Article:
When the SH compound is used, the treatment can be carried out at pH 6 to 8, preferably pH 6.5 to 7.5, particularly with accompanied with heat treatment at 50 to 100 C. When the heat treatment is not performed combinedly, namely the treatment is carried out at 40 C. or lower, the pH value ranges from 3 to 6, preferably 4 to 5. When ascorbic acid is used, the pH value ranges from 3 to 6, preferably 4 to 5. The other reducing agents can be used at pH 6 to 10, preferably 8 to 9.

The decoloration treatment using the reducing agent according to the present invention makes it possible to decrease the degree of coloring of HSA by 10 to 70% as compared with the HSA immediately before the treatment.

(ii) Heat Treatment After Cation Exchanger Treatment

This heat treatment can be carried out either immediately after the cation exchanger treatment (v) during the purification procedure (2), during the subsequent purification procedure including high grade purification procedure, or at a final step, under the conditions that free polysaccharides have been removed by the cation exchanger treatment (v). Specifically, the content of the free polysaccharides is reduced to approximately 5 mg/ml or lower when the HSA concentration is 250 mg/ml.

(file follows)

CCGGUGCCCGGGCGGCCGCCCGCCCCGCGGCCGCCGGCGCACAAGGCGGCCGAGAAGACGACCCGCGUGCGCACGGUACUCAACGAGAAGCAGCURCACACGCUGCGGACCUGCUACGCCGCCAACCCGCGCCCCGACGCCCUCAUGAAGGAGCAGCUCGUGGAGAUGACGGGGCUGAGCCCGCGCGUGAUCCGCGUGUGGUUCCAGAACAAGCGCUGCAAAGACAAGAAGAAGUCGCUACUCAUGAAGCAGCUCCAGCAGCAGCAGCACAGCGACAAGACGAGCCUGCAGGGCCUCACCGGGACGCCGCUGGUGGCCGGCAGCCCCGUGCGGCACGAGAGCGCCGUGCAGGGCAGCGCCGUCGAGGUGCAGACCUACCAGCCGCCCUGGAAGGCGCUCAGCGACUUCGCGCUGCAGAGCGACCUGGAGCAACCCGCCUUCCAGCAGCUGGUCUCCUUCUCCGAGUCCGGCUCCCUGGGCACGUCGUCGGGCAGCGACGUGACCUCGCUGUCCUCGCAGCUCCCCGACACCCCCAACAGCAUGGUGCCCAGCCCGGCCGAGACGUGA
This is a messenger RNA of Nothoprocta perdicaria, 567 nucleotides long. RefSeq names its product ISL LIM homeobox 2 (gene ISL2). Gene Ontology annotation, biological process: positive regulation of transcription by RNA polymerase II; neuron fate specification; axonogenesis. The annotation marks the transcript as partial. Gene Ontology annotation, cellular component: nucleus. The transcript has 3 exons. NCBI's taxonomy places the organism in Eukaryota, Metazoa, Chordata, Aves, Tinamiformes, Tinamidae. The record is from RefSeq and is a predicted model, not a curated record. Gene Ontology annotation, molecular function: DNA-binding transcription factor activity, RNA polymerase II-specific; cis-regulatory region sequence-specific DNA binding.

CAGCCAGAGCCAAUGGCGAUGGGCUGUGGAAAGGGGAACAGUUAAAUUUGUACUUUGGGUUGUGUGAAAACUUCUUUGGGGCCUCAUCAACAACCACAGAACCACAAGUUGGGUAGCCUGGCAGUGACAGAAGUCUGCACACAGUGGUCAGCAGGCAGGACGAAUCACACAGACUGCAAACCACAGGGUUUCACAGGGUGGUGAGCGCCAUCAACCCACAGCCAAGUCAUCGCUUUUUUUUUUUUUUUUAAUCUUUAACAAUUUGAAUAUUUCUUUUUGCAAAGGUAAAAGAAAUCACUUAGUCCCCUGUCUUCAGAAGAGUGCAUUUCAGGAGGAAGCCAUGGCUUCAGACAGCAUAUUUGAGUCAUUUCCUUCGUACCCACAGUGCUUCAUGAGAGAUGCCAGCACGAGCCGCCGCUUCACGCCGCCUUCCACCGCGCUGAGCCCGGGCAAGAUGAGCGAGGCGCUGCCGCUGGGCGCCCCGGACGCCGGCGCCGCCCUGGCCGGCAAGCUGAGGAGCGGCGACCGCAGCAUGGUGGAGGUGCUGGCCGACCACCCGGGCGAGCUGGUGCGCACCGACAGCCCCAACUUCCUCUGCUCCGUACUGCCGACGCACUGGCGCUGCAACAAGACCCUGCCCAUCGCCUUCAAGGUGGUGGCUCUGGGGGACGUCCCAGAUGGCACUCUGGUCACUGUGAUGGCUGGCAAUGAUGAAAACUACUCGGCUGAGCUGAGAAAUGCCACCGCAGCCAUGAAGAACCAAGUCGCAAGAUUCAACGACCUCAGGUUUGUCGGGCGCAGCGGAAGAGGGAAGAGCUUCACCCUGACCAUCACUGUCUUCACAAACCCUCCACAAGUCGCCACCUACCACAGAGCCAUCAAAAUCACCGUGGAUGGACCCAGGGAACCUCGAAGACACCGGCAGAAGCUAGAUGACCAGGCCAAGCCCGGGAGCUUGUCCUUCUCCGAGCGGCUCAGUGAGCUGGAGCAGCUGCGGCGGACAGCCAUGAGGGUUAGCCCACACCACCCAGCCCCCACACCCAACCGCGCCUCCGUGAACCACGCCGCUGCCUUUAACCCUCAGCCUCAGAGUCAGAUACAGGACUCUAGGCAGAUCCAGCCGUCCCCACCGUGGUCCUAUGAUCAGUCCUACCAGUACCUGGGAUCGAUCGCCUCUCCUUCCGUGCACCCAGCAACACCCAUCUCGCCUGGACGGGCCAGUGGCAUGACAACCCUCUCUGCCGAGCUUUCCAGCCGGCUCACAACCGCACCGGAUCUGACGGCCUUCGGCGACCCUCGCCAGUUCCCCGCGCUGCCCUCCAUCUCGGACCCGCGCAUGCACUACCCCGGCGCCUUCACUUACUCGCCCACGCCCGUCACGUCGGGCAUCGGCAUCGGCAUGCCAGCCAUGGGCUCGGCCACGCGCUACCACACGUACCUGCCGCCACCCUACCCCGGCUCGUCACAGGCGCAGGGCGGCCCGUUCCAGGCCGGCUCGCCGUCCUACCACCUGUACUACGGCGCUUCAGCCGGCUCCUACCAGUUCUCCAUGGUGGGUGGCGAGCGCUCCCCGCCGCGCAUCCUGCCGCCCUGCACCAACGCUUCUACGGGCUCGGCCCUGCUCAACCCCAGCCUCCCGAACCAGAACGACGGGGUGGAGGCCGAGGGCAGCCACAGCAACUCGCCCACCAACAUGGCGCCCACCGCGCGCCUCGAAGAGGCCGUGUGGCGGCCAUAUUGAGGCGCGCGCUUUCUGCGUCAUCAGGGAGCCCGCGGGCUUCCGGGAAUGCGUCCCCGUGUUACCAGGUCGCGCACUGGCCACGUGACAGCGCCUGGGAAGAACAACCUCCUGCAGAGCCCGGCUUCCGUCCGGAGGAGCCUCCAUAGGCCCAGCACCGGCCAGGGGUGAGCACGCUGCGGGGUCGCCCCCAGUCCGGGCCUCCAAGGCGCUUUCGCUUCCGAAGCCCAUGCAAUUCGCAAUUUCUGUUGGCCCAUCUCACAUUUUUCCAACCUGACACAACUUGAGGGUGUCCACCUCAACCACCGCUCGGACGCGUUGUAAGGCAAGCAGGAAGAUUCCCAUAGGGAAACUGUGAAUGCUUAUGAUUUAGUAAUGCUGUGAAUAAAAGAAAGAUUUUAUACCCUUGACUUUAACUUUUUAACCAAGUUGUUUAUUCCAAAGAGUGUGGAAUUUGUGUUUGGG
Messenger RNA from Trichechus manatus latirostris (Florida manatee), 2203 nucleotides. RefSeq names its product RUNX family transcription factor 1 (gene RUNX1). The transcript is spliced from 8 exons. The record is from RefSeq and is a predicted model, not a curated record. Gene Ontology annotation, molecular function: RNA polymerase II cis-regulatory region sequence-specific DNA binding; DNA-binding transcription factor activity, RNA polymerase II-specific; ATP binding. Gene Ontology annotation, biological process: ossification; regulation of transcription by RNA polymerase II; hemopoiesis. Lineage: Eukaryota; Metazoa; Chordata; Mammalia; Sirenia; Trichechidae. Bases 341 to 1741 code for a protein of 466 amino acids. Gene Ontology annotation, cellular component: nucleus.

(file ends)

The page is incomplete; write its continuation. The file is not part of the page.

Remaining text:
The heat treatment can be carried out at 50 to 100 C., preferably 60 to 80 C., for 10 minutes to 10 hours, preferably 30 minutes to 5 hours. The HSA concentration during the treatment ranges from 0.01 to 25 w/v %, preferably 0.1 to 5 w/v %. For completely stabilizing the HSA, the heat treatment is preferably carried out in the presence of a known stabilizer, such as acetyltryptophan or a salt thereof (e.g. sodium salt), fatty acid having 6 to 20 carbon atoms or a salt thereof (e.g. sodium salt) (JP-A-3-103188).